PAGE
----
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We Need to Talk About Heidegger

Essays Situating Martin Heidegger in Contemporary Media Studies


Edited By Justin Michael Battin and German A. Duarte

This collection assembles a number of chapters engaging different strands of Martin Heidegger’s philosophy in order to explore issues relevant to contemporary media studies. Following the release of Heidegger’s controversial Black Notebooks and the subsequent calls to abandon the philosopher, this book seeks to demonstrate why Heidegger, rather than be pushed aside and shunned by media practitioners, ought to be embraced by and further incorporated into the discipline, as he offers unique and often innovative pathways to address, and ultimately understand, our daily engagements with media-related phenomena.

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A Decisive Mediation: Heidegger, Media Studies, and Ethics*


When it comes to the ways in which media studies intersects with Heidegger’s philosophical work, two crucial problems cannot be overlooked: the definition of media and Heidegger himself. The former is a notoriously fuzzy concept, while the latter was infamously involved with Nazism and anti-Semitism. This chapter opens a path to addressing those problems. This path exposes not a solution, but instead highlights the issue of how we are for one another, and the care that is consequently required from and for us.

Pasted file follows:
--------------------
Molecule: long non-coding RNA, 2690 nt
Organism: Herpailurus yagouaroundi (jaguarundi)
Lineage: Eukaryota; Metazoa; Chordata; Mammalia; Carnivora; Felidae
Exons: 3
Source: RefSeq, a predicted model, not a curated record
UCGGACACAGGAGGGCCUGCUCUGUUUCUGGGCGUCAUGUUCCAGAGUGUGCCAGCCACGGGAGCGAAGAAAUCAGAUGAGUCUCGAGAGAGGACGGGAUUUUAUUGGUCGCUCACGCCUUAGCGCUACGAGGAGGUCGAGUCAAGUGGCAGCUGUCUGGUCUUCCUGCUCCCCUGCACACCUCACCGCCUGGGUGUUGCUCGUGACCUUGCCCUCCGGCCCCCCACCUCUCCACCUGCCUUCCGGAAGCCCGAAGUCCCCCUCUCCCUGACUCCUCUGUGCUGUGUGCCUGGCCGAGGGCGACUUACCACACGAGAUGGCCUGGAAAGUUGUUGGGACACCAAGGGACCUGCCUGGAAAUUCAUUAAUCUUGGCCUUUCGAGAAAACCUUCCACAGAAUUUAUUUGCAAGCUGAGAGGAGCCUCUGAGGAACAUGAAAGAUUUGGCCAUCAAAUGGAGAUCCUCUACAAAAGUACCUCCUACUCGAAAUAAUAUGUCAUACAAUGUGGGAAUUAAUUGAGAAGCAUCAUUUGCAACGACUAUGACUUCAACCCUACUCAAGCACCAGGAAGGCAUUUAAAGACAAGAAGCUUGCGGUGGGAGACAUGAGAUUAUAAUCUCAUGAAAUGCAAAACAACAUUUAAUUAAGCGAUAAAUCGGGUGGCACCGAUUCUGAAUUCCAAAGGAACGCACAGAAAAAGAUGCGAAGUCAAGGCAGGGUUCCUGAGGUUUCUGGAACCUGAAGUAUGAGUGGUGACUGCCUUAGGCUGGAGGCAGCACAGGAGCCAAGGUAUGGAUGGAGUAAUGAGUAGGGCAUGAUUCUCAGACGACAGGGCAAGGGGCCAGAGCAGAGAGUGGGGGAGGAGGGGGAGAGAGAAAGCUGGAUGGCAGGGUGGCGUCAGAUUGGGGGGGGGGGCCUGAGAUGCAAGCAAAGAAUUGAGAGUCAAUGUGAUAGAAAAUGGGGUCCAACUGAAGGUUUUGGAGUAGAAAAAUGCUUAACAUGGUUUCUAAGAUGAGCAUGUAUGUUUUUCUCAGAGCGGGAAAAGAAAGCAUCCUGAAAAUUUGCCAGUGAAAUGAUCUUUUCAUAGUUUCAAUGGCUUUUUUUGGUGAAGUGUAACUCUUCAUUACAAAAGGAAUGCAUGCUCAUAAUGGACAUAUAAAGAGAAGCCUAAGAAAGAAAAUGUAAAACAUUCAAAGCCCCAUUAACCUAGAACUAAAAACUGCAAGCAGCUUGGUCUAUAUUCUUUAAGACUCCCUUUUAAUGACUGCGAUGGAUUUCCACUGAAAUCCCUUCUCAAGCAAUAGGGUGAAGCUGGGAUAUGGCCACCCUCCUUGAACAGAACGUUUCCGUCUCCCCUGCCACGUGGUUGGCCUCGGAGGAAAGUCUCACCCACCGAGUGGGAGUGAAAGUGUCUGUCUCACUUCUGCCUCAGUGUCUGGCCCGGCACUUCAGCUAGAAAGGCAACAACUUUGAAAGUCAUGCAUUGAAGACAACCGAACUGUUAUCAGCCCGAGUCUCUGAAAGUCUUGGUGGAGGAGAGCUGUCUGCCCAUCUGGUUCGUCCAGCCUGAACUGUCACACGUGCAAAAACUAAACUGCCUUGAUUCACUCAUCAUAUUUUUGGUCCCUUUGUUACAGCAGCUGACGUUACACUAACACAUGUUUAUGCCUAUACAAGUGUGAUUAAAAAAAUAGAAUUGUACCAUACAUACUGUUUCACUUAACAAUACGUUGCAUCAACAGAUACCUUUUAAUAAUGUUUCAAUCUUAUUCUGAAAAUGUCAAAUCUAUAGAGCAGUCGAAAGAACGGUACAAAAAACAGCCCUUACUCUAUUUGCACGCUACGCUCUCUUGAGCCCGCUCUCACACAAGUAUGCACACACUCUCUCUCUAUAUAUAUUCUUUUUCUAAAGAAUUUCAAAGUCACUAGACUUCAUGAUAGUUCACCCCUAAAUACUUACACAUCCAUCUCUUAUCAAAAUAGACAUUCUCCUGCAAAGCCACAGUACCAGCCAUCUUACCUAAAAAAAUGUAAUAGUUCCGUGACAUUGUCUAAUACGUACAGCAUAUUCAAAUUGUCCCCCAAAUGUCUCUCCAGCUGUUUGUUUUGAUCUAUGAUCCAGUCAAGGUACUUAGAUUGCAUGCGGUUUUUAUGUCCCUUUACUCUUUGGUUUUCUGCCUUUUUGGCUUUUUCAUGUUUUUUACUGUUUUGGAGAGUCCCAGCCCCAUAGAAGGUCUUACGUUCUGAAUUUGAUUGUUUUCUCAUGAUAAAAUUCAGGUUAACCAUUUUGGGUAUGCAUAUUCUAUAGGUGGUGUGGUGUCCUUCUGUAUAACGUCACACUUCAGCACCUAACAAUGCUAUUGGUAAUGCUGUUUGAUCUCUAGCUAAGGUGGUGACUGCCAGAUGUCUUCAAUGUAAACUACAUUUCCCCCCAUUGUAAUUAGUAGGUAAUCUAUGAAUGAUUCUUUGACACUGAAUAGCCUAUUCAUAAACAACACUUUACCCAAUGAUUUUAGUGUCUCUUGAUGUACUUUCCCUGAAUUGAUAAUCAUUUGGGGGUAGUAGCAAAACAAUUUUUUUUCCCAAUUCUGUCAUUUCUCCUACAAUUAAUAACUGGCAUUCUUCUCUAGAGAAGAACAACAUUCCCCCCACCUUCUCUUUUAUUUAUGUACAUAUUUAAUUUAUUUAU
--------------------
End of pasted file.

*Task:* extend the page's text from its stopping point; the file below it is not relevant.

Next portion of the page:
In the first part of this chapter, I expand on the two problems initially identified—media and Heidegger—and provide them with contextual background. I cast the problem of defining “media” and “media studies” as an epistemological one. In doing so, I show how one common way to borrow from Heidegger in media studies is to reference modern communication technologies. Since this is a relatively recent and rather specialized extension of the idea of medium, I argue Heidegger’s influence in the nascent field of media studies is neither straightforward nor clearly established. Turning more specifically to Heidegger’s own prejudices, I outline the well-documented and more complicated problem of his involvement with Nazism and anti-Semitism. I cast this problem as a political one. While some have argued that Heidegger’s distorted political views contaminated all his work, I suggest that this is no reason for media studies to steer away from it. Going back to the emergence of the fields of communication and media studies,...

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